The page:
The performer, thus, must attend to the audience, imagine its reactions,
monitor his or her self-presentation, and make adjustments as needed. Audiences,
for their part, are far from being passive recipients of information; they often monitor
carefully the acts presented to them to avoid being taken in, attending both to the
impressions that performers deliberately advance and also those that they unintentionally
communicate. In face-to-face interaction, playing the role of the audience is
itself a kind of performance. For example, audiences must at times tactfully overlook
flaws in a performance, feigning an appropriate reaction to it. Goffman’s analysis
applies at various levels of social organization. Most of the time, his focus is
on individuals, but the analysis also applies to organizations, which clearly must
collectively manage impressions.
Goffman’s dramaturgical perspective was designed to examine face-to-face
interaction and it has mainly been used in that context. Since so much scientific communication
uses written texts or visual displays, conducting a dramaturgical analysis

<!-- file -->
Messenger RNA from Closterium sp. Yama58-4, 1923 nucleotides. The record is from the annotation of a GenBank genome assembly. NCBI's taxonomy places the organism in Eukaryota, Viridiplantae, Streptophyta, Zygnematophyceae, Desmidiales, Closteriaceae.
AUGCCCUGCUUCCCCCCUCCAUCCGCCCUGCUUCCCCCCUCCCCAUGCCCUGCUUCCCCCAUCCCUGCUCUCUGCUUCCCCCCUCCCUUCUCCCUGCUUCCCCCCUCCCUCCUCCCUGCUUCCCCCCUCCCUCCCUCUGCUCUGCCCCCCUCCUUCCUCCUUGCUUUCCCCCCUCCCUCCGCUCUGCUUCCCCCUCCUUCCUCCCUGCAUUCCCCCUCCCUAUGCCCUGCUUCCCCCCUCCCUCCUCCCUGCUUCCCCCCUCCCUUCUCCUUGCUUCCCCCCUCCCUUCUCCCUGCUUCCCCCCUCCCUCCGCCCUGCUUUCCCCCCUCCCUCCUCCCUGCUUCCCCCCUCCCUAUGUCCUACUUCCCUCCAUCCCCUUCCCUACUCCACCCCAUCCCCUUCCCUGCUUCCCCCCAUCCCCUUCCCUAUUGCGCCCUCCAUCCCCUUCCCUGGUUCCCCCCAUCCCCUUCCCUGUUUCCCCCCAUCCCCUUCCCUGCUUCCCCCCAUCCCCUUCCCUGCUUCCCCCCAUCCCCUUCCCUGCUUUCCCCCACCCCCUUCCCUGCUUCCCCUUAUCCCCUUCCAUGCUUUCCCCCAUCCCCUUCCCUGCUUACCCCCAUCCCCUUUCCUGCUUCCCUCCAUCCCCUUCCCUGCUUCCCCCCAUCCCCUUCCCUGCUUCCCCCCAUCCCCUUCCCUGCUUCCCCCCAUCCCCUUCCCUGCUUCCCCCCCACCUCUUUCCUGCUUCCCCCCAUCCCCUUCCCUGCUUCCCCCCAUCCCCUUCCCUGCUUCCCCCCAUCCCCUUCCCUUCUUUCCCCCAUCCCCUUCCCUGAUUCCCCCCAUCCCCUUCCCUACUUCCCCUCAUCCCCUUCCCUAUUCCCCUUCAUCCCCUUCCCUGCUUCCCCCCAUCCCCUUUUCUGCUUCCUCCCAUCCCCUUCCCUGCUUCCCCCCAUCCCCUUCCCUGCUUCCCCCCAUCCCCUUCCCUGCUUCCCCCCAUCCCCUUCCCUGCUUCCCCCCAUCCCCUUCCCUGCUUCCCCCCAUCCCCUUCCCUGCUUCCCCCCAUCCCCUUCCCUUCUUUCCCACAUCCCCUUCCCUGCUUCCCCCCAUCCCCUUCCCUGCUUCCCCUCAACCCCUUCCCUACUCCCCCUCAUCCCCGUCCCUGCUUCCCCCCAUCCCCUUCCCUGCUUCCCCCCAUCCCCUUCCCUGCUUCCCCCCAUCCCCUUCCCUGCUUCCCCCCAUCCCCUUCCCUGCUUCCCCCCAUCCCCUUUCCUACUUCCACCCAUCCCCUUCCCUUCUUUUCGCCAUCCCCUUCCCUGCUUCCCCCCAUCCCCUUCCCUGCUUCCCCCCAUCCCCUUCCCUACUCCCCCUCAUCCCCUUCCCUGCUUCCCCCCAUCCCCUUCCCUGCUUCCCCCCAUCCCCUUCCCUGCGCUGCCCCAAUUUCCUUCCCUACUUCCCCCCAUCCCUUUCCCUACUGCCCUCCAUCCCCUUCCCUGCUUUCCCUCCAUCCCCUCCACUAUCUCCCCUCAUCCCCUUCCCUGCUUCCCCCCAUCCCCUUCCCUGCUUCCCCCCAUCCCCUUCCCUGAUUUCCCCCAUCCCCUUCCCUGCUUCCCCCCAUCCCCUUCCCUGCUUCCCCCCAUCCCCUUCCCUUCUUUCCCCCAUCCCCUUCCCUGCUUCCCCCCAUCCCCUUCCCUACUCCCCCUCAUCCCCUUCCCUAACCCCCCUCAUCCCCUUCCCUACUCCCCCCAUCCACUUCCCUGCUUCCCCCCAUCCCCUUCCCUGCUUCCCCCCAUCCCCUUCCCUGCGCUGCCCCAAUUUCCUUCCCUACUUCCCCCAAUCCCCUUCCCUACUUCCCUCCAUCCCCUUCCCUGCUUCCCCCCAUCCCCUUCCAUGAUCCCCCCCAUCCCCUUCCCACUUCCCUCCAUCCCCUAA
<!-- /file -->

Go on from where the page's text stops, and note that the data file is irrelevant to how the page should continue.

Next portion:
of science entails adapting the perspective to apply to written documents and other
texts (Hilgartner 2000). This involves focusing on the existence of audiences who
are not present in the same physical space as the performer but nonetheless are
considered during the creation and delivery of the performance. When preparing a
science advisory report, for example, a committee of experts “interacts” – albeit in
a virtual manner – with its imagined future audiences, attempting to anticipate and
address questions or objections in advance (ibid.; see also Bijker et al. 2009). The
stage management of a written document often involves a complex dialectic of revelation
and concealment: performers present some information directly and visibly
in the document; they also keep some information “backstage” by omitting it from
the text; and they erect temporal, social, and spatial boundaries that control access
to the document. Through such techniques, performers use stage management to
constitute audiences (and nonaudiences) with specific capacities and incapacities of
perception and speech (Hilgartner 2000).
In bureaucracies, the information control techniques surrounding written documents
are often quite elaborate (Smith 1974; Hilgartner 2000; Riles 2006), with
theatrical self-consciousness embodied not only at the individual level but also in
procedures and material practices that instantiate it as a kind of distributed cognition.
Of course, just as the audience of a performance presented in a face-to-face